Kristin Schrank, 33, used to be a sensitive crimes prosecutor at the Milwaukee County District Attorney’s Office. She also part-time tended bar at Screaming Tuna Sushi & Asian Bistro in Milwaukee.
One night in the Summer of 2017, those two jobs clashed and Schrank, apparently, gave preference to Screaming Tuna. It did not end up well.
Schrank and her former colleague Antoni Apollo, 36, now face misdemeanor charges for trying to cover up why Schrank wrongly dismissed a case against a man who had injured a Fox Point police officer.
It went like this: Schrank was supposed to be the District Attorney on duty for the night of July 16, answering the phone during off-duty hours in case law enforcement needed help from the DA’s Office.
But she also had a busy night at Screaming Tuna and so she asked Apollo, who used to be a prosecutor at the DA’s Office but left in March, to stand in on her behalf.
That night, Fox Point police arrested Orlando Trimble, 43, for drunken driving. They also sought charges of obstructing a law enforcement officer and resisting arrest, a felony, because an officer was injured while taking him into custody. Trimble was injured too, hitting his head on the ground during the arrest. He was taken to a hospital.
One of the arresting officers called the DA’s Office for advice on whether to get a search warrant for Trimble’s blood sample. The officer expected Schrank to answer the phone, but a man answered the instead and advised him to get the search warrant.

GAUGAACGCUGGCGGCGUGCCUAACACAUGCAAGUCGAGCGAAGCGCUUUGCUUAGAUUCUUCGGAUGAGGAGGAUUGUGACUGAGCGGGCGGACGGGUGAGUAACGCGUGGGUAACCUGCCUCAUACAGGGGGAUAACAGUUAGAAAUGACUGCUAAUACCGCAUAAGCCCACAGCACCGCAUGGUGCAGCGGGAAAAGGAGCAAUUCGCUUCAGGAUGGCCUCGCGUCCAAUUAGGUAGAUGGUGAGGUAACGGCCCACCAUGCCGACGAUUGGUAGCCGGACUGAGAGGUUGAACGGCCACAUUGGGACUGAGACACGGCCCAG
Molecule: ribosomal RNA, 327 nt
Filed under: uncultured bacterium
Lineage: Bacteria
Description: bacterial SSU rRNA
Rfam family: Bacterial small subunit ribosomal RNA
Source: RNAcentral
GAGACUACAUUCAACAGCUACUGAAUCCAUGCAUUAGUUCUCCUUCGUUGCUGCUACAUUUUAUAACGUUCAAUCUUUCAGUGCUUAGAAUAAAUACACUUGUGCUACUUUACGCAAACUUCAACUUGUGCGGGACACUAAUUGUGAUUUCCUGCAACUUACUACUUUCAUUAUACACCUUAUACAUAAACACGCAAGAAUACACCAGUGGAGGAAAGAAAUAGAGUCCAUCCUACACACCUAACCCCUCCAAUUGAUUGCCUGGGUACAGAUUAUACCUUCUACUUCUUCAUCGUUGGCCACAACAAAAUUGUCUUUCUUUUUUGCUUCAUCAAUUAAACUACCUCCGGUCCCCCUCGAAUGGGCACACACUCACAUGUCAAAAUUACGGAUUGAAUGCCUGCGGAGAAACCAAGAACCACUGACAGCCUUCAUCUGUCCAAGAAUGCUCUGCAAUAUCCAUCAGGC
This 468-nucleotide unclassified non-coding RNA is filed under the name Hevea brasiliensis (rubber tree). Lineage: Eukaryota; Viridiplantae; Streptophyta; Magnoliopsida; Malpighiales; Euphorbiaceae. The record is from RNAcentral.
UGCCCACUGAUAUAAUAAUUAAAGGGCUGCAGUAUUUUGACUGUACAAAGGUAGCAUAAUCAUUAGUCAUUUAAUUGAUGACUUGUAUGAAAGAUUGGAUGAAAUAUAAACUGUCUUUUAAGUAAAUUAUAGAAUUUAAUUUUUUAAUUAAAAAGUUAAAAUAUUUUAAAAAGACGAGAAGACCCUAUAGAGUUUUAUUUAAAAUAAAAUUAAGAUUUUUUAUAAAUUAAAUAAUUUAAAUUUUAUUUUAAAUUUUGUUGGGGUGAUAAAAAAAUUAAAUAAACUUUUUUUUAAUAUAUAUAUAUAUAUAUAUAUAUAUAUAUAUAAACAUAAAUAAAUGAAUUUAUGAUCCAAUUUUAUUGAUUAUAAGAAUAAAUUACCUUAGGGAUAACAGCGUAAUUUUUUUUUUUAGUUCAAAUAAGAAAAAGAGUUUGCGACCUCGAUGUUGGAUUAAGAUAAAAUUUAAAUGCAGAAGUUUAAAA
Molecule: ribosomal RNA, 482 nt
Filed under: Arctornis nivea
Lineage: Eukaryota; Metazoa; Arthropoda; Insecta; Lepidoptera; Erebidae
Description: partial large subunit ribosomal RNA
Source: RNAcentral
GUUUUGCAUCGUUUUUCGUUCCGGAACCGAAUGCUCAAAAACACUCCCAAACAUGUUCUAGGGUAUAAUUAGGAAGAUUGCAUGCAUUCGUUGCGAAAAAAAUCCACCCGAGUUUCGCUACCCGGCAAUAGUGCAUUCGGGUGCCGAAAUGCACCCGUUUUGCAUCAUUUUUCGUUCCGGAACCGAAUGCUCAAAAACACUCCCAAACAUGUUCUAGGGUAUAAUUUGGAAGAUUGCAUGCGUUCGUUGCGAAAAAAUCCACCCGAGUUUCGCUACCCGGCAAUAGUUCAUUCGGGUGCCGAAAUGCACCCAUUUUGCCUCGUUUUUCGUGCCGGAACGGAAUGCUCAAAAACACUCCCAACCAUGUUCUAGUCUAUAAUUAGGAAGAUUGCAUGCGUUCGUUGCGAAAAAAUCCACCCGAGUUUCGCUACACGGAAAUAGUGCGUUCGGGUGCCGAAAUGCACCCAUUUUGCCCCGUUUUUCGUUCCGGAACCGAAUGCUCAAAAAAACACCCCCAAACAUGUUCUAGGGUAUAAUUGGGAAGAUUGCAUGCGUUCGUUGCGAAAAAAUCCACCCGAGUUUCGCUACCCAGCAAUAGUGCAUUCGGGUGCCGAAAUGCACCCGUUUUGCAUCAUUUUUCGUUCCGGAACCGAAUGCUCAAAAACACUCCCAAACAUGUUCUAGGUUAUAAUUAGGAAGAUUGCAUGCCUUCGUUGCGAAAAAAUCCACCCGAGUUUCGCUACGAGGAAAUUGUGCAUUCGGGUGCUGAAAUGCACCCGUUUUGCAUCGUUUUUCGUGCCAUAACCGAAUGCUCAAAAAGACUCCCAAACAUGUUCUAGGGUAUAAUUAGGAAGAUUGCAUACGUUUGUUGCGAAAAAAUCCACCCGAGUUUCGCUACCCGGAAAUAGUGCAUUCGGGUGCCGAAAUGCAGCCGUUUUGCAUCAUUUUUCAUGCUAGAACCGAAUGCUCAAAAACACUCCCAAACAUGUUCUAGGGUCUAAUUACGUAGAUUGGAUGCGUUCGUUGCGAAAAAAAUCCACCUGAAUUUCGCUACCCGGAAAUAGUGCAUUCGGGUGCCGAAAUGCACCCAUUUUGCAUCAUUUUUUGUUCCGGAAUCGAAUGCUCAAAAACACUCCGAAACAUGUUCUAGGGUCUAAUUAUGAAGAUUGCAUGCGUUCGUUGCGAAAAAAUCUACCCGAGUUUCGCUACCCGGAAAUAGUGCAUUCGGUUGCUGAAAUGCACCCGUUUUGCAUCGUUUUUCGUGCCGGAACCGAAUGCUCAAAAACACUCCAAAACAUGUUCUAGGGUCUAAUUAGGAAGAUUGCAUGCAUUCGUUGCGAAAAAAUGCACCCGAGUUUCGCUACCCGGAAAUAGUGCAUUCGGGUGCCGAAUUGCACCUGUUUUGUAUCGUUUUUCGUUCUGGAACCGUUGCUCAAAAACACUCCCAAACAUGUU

The officer asked who the man was.
Apollo wasn’t supposed to advise anybody. “They demanded a name,” he texted to Schrank. “I panicked. I said I was an intern.”
And so the affidavit stated that a “district attorney intern” advised to secure a search warrant for Trimble’s blood.
That didn’t sit well with a Fox Point police captain, who called Schrank several days later to check whether his officer called the right person. He left a message. She called back and “explained to him that she was in the shower, and that it was a friend who had answered the phone for her,” court documents said.
“There’s false info in the affidavit … I didn’t handle it well this morning,” Schrank texted Apollo. “I just acted like Fox Point is crazy … and doesn’t know what they are talking about.”
Schrank wanted to dismiss the case and asked Apollo how to go about it.
“You need to get this situation under control,” Apollo responded. “It’s a crappy case … Say it’s too circumstantial.”
On the day of Trimble’s initial appearance on July 19, Schrank texted Apollo again.
“It’s a private attorney,” she wrote. “Still dismiss? I’m panicking big time!”
“This is so bad. I think we need to come clean…” she wrote, reported WTMJ.
“Never,” Apollo replied.
During the hearing, Schrank appeared and dismissed the case without explanation.
She later tried to justify her decision to the injured Fox Point officer, saying she dismissed the case because Trimble was a former law enforcement officer with medical issues because Trimble was accusing the arresting officers of using excessive force, and also because “juries in Milwaukee don’t like cops.”
After the hearing, Schrank texted Apollo again.
“It’s dismissed,” she said. “It’s going to come out and look like I did it/lied. And got rid of a criminal case to cover my own [expletive omitted].”
Schrank was suspended from the DA’s Office in September of 2017 and left in October.
If convicted, Schrank and Apollo face up to nine months in prison and up to $10,000 in fines.